Designing high-performance materials inspired by bone

(Nanowerk News) Dr. Majid Minary, an assistant professor of mechanical engineering at UT Dallas, has received funding to design high-performance materials inspired by bone.
The oung Investigator Research Program (YIP) grant from the Air Force Office of Scientific Research (AFOSR) could eventually lead to the creation of a material that can reinforce itself at points of high stress for use in airplanes and other defense applications. The YIP program provides $360,000 over three years.
The YIP is open to scientists and engineers at research institutions across the United States who received their PhD in the last five years and who show exceptional ability and promise for conducting basic research.
“Materials and structures that self-reinforce, repair and heal are of importance for developing vehicles and machines for use in defense and security,” said Dr. Mario Rotea, head of the Department of Mechanical Engineering in the Erik Jonsson School of Engineering and Computer Science and holder of the Erik Jonsson Chair. “Nature uses evolution to develop these capabilities. Dr. Minary is one of a handful of young engineers and scientists who seek to uncover fundamental mechanisms of nature and combine them with engineering principles to develop these capabilities in man-made systems. This YIP award certifies Dr. Minary’s vision and skill set, and acknowledges the quality and applicability of his work to problems of relevance to the [Air Force].”
The AFOSR awarded 42 grants from more than 230 applicants who submitted proposals for YIP in this round of competition. Minary is one of two current Jonsson School faculty members to receive the award this year. Cybersecurity expert Dr. Zhiqiang Lin, assistant professor of computer science, also received a grant.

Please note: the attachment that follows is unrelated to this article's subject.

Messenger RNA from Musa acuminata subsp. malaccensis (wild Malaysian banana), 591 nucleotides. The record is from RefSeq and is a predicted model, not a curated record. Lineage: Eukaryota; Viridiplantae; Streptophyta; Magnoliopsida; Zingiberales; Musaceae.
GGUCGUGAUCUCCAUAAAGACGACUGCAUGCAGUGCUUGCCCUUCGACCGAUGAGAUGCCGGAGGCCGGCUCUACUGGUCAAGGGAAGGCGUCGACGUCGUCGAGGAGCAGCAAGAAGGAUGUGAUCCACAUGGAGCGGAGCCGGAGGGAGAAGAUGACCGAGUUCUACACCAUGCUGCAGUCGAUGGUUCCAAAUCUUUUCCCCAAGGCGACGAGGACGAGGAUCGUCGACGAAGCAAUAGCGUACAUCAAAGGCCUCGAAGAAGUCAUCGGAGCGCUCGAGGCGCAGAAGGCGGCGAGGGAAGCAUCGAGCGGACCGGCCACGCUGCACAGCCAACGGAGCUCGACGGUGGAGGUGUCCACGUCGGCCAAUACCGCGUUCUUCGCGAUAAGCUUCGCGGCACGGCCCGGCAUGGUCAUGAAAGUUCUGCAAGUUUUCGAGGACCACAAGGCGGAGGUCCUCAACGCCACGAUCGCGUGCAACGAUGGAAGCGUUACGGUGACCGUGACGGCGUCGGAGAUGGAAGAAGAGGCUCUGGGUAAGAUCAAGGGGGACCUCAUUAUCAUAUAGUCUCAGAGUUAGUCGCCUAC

Human bone has been one of the major sources for bio-inspired design for man-made materials. It’s been known for decades that human bone has the ability to remodel itself. For example, bone in the dominant arm of a tennis player often weighs more than bone in the other arm, and medical clinicians often prescribe weight-bearing exercises to heal fractured bones.
What’s less clear are the fundamental mechanisms behind the remodeling. Based on his prior research, Minary will investigate the piezoelectricity (how pressure forms electric charges) of the fibers of collagen inside bones. Collagen is the most abundant protein in the human body — it contributes to smooth skin and is a building block for muscles, tendons and bones.
“My prior work showed that it is actually the collagen fibers in bone that have the piezoelectric property that allows bone to rebuild itself,” said Minary, also a member of the Alan G. MacDiarmid NanoTech Institute at UT Dallas. “Now we want to see if we can learn from this property and make synthetic materials that act in similar ways as the collagen fibers.”
Researchers are increasingly turning to biometrics to develop synthetic materials.
“Nature has evolved over billions of years to provide the best performance,” he said. “If we can incorporate this piezoelectric property of collagen fibers into materials on airplanes, we may be able to allow those areas under maximum stress to reinforce themselves.”
The research could also have implications in osteoporosis, a disease that occurs when bones decrease in mass and become more likely to fracture.
Minary’s investigation may include collaborations with other UT Dallas faculty members: Dr. Dong Qian, an associate professor of mechanical engineering and an expert in multi-scale computational modeling dynamics; Dr. Ray Baughman, Robert A. Welch Distinguished Chair in Chemistry and director of the NanoTech Institute; and Dr. Orlando Auciello, endowed chair professor of materials science and engineering.
“UT Dallas has generously provided the advanced equipment needed to pursue innovative and high-tech research through programs such as the AFOSR YIP,” said Minary, who joined UT Dallas in 2012. “With the other bio- and nano-experts already here, I am in a unique position to hopefully mimic nature’s optimization to design synthetic materials that are as strong and remarkable as bone, or even stronger.”
Source: University of Texas, Dallas
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